Matt's Food Blog

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Irish Wood Fired Pizza

Following on from the post detailing our delightful spit-roast lamb adventure, I’ve added another page about the second big do at the island we visit – this time we built a wood fired pizza oven to celebrate the impending nuptials of our friend Benjamin. The page details the building process and the cooking itself, and is found here.

Posted January 28th, 2013.

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Spit Roast Lamb!

I’ve added a page to the site which describes how we designed and built a spit for roasting lamb – using old bicycle and a washing machine motor. We then carted the whole thing to an Island on Fermanagh – here’s the tale.

Posted January 5th, 2013.

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Prosciutto Update

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Yesterday (mid February) was elevation day for our cured ham. As mentioned the pig leg had been curing in the fridge for 16 days and so it was time to prep it for hanging. The curing process allowed the skin to take on a darker, richer hew. As the pics below show, after rinsing the salt cure off, the next step is to cover any of the exposed flesh with lard (an oddly pleasurable job…). This step adds a protective layer like the skin, and also ensures that the drying process happens at a similar rate for the whole ham. Then it’s time to add a layer of crushed black pepper to discourage beasties. Another protective measure is to wrap the ham in four layers of muslin: the leg’s now ready to be hung.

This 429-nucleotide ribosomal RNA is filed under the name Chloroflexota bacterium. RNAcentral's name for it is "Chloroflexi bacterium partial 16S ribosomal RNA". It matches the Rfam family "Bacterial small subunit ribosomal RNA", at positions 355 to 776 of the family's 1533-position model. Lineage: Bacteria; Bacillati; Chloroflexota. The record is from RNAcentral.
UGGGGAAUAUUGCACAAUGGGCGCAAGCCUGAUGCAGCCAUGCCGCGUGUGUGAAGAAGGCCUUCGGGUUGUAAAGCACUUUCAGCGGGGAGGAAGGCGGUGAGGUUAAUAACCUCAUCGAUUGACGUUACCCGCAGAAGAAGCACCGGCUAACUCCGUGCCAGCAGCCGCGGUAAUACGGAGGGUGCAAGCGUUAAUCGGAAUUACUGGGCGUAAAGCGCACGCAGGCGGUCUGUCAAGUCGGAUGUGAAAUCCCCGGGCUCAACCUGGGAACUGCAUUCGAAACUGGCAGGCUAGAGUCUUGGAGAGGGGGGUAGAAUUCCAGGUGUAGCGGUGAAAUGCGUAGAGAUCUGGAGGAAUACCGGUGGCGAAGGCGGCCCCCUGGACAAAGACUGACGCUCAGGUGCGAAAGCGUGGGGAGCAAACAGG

Time for elevation! My brother has a beautiful garden housing some fabulous mature trees: a perfect spot for Swine Haus. Although an even more fitting reason to have the ham dry there is that it’s being prepared for his forthcoming nuptials in June.

Swine Haus was constructed using flotsam and jetsam I had lying around: some wooden batons, tongue and groove, plastic corrugated sheet and some chicken wire. The principal was to create a sheltered section above the ham in order to keep rain off – but to incorporate open spaces to the side and below the structure to maximise air flow to the ham to encourage the drying process – we’ll see how that’s worked in a few months time. We used some carabiners we had lying around to balance the Haus and to fabricate a makeshift pulley – the Haus is easy to allow down for inspection.

Posted February 13th, 2012.

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